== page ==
Ski Trip | Burlington A trip to Cochran’s ski area for DREAM program mentees. VTeen 4-H Science Pathways Cafe / Summer of Science | Royalton Provide science education programs both for and run by youth in their communities.
Vermont Youth Voices Rally | Waterbury Sustainability awareness and advocacy event with informational booths and activities. Winooski School Band Private Lesson | Winooski Provide private lessons for members of the school band from professional musicians.

New SEL video

Posted on May 1st, 2019 in: Blog

We’re thrilled to share our new social emotional learning (SEL) video produced by Mondo Mediaworks. This video highlights our SEL leadership and training initiative, also known as the Youth Resiliency Project, that is funded by the Northfield Savings Bank Foundation and launched in Fall 2018. This project is focused on supporting afterschool and out-of-school time programs and professionals in helping children and youth to build resiliency and SEL skills.

Many thanks to the staff and students at One Planet and Burlington Kids afterschool programs for their willingness to participate in this short video!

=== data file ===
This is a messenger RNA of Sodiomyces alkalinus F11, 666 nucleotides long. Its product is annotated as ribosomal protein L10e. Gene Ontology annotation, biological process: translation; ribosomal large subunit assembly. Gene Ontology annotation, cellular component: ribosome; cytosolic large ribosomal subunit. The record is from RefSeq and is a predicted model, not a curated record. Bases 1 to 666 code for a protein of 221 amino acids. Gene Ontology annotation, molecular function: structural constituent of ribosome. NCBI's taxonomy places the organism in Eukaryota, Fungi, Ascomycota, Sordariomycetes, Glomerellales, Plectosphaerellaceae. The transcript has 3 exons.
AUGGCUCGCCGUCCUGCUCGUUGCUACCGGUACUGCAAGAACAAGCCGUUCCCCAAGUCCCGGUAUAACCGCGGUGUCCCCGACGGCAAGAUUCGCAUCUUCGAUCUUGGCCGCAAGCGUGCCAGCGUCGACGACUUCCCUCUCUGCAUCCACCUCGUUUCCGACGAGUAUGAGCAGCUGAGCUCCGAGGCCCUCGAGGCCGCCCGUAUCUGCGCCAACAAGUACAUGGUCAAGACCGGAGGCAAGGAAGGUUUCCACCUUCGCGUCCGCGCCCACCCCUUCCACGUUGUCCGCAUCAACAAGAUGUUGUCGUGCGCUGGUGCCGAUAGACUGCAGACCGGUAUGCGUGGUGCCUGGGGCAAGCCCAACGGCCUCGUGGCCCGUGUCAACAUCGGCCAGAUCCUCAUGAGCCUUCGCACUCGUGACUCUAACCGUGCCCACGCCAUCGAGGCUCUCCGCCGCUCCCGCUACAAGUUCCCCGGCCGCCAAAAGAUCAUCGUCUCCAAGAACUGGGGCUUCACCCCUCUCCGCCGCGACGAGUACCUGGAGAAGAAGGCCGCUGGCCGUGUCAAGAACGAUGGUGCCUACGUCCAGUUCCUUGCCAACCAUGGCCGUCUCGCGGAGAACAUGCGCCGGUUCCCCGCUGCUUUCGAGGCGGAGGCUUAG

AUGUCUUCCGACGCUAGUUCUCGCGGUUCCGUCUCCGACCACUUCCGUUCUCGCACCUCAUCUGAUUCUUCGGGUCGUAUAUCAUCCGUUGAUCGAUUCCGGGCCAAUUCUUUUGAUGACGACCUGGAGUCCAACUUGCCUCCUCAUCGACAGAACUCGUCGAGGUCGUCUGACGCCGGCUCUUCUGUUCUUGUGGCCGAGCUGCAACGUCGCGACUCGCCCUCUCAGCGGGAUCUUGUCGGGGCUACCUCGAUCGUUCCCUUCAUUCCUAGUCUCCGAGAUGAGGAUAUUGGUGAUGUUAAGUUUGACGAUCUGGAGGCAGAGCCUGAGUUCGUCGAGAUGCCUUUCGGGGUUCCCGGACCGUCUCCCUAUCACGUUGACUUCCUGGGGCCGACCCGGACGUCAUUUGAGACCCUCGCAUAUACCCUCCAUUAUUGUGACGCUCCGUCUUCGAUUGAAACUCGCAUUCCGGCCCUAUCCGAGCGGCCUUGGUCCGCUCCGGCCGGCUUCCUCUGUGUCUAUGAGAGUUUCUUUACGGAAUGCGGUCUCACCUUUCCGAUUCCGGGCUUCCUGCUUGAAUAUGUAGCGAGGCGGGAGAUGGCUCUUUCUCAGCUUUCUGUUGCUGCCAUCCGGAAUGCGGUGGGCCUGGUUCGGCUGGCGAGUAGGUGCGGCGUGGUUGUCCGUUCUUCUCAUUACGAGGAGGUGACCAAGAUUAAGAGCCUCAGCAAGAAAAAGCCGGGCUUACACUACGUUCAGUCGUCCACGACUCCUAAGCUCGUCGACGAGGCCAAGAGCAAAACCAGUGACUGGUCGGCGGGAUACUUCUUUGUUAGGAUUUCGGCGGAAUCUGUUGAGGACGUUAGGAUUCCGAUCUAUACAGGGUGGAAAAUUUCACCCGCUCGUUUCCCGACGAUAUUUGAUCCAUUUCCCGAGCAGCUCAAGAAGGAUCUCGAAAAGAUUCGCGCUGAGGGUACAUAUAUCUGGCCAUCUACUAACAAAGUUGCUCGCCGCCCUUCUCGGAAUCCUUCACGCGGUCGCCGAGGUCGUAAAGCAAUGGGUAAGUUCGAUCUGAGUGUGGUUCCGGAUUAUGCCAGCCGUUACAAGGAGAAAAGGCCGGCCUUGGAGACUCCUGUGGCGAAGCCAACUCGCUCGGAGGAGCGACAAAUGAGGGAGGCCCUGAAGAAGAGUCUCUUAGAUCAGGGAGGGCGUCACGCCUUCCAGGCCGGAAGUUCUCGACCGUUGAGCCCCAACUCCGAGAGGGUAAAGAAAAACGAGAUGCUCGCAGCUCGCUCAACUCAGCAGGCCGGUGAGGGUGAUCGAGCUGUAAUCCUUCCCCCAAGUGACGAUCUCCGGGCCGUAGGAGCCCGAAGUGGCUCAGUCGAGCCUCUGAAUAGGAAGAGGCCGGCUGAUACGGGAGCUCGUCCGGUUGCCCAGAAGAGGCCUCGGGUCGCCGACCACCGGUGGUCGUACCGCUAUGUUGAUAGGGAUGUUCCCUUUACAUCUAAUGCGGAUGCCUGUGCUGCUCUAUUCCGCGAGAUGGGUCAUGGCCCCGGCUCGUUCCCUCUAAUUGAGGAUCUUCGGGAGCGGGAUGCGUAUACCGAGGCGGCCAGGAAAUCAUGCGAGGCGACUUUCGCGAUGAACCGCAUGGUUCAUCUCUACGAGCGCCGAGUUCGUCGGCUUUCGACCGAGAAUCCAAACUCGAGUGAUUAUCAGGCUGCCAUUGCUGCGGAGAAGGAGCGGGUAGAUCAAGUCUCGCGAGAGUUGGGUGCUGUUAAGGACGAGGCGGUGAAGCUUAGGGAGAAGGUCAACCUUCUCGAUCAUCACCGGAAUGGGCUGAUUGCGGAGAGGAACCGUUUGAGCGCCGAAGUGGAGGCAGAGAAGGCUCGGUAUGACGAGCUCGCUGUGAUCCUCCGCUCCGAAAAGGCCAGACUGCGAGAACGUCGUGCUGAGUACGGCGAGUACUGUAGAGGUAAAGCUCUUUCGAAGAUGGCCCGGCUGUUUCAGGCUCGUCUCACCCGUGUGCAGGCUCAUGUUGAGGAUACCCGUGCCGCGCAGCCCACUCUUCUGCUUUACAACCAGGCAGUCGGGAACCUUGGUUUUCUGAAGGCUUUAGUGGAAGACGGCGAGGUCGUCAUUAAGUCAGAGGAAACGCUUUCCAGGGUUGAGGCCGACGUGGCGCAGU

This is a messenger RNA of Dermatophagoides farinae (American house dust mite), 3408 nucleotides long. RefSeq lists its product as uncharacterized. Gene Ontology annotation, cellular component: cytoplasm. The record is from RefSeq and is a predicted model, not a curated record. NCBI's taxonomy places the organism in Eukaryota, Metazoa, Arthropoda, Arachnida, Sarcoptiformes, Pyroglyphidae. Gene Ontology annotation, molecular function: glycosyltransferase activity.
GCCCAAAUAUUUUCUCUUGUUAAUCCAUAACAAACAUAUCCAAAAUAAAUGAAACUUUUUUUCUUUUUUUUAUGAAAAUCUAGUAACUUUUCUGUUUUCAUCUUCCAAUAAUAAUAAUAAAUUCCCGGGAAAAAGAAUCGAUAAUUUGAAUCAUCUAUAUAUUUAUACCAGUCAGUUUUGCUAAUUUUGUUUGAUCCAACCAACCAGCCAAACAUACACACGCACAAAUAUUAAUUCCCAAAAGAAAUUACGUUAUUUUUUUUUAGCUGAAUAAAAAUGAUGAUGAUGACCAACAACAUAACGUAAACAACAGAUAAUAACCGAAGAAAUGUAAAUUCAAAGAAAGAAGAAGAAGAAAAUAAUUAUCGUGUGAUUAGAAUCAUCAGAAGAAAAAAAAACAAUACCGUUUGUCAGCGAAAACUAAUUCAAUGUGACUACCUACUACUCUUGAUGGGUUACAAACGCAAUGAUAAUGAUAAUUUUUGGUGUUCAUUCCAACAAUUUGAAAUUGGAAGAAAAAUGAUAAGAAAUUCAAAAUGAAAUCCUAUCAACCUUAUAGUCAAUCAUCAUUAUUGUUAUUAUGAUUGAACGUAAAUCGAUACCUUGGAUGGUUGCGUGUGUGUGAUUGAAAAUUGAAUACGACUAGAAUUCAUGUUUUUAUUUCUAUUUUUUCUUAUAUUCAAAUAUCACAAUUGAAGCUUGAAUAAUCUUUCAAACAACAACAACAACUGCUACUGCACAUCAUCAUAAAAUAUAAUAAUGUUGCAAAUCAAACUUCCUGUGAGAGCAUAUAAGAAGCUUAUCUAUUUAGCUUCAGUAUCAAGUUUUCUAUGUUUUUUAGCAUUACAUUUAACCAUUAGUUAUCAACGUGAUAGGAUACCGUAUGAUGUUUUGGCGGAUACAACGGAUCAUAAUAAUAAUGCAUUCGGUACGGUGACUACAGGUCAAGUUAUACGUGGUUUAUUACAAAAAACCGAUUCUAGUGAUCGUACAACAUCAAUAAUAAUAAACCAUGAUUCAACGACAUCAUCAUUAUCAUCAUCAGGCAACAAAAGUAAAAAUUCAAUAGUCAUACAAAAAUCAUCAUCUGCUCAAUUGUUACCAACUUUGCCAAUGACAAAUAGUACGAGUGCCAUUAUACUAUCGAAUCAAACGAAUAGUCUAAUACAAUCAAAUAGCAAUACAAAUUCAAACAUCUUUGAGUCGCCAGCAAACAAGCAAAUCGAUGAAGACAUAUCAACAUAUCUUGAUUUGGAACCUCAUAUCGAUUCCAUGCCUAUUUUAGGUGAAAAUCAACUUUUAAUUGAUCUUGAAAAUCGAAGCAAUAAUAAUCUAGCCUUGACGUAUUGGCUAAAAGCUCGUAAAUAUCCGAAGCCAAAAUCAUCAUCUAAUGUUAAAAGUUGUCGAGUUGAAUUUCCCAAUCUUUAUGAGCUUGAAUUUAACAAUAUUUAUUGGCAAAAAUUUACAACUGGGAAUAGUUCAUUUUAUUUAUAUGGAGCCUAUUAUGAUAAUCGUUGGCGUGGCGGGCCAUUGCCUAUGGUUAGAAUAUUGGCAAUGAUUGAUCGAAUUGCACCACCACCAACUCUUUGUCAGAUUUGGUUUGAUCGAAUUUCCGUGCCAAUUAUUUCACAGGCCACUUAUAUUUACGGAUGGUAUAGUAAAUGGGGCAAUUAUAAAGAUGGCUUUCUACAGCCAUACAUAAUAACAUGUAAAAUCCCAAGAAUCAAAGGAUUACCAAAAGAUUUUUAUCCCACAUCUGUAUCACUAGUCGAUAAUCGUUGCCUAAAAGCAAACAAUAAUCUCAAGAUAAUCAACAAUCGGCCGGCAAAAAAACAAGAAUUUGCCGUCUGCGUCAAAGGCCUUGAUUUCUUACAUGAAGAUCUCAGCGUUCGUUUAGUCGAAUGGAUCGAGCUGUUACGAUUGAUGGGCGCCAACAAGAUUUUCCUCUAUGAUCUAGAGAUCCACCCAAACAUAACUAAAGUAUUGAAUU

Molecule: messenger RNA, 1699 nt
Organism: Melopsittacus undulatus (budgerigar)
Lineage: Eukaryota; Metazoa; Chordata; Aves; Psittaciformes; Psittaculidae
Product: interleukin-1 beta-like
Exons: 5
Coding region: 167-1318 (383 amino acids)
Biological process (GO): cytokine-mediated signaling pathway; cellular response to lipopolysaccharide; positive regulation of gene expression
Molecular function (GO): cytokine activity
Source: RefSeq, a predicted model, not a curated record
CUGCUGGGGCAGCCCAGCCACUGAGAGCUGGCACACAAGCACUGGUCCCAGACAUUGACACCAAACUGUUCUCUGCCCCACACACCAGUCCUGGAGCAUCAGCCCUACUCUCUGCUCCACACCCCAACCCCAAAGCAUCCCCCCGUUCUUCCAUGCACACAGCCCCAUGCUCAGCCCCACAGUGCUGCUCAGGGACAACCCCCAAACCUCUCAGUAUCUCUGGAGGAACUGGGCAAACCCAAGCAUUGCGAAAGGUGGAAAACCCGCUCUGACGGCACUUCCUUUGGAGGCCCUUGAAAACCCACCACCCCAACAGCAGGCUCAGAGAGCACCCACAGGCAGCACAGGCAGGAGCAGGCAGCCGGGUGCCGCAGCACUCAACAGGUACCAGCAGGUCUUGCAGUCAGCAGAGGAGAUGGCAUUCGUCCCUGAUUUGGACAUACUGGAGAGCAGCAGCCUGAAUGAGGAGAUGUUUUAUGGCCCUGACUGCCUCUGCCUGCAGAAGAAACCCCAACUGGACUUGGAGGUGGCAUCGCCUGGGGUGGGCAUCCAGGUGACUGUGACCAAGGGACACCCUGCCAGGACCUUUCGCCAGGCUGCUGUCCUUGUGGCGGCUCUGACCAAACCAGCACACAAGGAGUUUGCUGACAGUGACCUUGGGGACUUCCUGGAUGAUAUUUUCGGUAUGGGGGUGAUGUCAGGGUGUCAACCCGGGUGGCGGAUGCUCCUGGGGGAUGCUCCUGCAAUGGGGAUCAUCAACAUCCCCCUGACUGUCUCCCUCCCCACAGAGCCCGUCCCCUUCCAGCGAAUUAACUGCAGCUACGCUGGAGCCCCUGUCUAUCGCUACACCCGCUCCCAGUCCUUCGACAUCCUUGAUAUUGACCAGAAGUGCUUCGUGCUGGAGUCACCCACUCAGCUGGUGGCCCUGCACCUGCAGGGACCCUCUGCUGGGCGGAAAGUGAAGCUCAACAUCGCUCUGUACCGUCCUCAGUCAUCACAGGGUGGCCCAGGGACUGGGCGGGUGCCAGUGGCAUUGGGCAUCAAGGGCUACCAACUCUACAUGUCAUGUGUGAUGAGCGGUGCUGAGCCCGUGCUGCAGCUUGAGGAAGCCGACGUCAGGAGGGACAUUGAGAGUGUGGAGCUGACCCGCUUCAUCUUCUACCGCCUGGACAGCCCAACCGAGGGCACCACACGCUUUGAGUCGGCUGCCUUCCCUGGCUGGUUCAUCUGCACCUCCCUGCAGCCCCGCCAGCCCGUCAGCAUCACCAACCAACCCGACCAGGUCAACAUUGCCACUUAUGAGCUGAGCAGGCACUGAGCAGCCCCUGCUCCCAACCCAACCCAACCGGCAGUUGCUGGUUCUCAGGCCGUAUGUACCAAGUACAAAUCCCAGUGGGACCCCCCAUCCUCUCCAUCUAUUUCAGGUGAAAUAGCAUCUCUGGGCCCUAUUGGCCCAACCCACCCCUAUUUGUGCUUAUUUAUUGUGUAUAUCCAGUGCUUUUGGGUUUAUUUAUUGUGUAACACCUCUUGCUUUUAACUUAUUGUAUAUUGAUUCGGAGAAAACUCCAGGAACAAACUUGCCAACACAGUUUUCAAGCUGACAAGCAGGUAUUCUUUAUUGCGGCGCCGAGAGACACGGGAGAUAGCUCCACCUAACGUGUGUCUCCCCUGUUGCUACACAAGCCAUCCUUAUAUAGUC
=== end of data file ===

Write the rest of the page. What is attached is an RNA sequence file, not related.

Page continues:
Vermont Afterschool’s Youth Resiliency Project is focused on supporting afterschool and out-of-school time programs and professionals in helping children and youth to build resilience and social emotional learning (SEL) skills. Our goals with this project are to:

  • Increase competency across the region so that more afterschool, summer, and out-of-school time programs are trauma-informed;
  • Create a Leadership Institute for Resilience in Afterschool (LIRA) to empower peer experts in the field; and
  • Establish networks of support for afterschool program sites so they build and sustain SEL best practices going forward via a communities of practice training model.

Impact Update March 2019:

  • To date, we have trained 219 afterschool professionals and direct service staff members in SEL and trauma-informed strategies